First we had Energy Minister John Hayes giving the thumbs down to wind farms, insisting that no more would be built. Then we had Owen Paterson, Environment Minister, calling for an end to subsidies for wind — which would effectively mean the end of wind energy in the UK.
And now we have Nick Boles, Planning Minister, asking for a 1.4 mile (2 km?) set-back from dwellings for new turbines. This is a measure which has been widely discussed. Lincolnshire County Council, to its eternal credit, has put such a limit in its planning policy, as have a number of local authorities. But no national ruling exists so far.
And the same article that records Nick Boles’ 1.4 mile demand also reports that Eric Pickles, the well-upholstered Secretary of State for Communities, has emphasised the importance of local authorities in the planning process. “We look to local planning authorities to determine where a wind farm or a single turbine might go, and in particular where they might not”.
Given that local authority planning enquiries regularly find against wind farm planning applications, and that the developers then appeal, and the Man from Whitehall routinely overturns the local decision, Mr. Pickles’ comments smack of hypocrisy. Add the fact that the Lib-Dem half of the Coalition, represented by Ed Davey, a man steeped in old-fashioned green extremism, regularly insists that his wind farm programme is on track and will not be derailed by Conservatives, and we see that even the hypocrisy itself is mired in confusion.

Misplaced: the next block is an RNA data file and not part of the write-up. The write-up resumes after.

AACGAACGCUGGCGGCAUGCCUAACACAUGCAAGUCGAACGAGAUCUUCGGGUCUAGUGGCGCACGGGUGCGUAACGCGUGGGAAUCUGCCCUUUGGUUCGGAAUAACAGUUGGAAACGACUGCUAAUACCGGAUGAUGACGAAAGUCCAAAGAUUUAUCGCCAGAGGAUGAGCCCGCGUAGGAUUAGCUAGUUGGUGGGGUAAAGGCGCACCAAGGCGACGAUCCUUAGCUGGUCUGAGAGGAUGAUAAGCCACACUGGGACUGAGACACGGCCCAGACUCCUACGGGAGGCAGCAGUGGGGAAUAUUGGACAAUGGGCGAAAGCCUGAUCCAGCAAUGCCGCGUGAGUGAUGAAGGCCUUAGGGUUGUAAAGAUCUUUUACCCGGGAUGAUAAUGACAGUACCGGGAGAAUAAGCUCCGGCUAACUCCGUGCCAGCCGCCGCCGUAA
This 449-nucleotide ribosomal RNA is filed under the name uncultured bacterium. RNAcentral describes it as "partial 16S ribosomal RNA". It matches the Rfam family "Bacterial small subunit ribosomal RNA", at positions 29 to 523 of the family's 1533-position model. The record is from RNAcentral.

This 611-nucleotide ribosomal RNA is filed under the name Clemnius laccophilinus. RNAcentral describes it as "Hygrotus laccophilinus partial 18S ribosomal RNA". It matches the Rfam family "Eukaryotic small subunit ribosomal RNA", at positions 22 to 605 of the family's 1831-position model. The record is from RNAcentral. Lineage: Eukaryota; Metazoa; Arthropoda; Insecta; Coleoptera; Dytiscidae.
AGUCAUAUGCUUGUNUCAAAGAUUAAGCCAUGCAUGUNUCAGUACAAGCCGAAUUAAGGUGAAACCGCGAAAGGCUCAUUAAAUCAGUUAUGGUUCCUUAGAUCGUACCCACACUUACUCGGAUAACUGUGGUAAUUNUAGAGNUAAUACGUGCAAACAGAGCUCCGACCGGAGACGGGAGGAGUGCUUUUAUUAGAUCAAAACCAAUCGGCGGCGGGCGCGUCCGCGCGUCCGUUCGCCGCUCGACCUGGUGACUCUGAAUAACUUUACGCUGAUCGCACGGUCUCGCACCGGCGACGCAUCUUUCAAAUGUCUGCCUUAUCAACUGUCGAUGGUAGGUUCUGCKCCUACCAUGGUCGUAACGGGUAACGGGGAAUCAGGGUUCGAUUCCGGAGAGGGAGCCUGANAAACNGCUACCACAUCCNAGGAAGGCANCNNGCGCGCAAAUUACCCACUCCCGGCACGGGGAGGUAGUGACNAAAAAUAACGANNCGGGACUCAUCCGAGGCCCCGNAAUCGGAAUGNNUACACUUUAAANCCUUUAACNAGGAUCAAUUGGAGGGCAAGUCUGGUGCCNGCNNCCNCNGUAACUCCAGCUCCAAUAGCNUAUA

Conservative Ministers keep singing the right song on wind, but the Coalition government continues with its deeply flawed and damaging policy, which is desecrating what’s left of our countryside.
I feel particularly aggrieved on behalf of my village, which has the Low Spinney wind farm within a mile of the curtilege of the community. Like so many such developments, it was turned down by the local council, Harborough District, but allowed on appeal. Since Low Spinney stands as a reproach both to Nick Boles’ 1.4 mile set-back, and to Eric Pickles insistence on the primacy of local planning, can we now expect to have the wretched thing dismantled?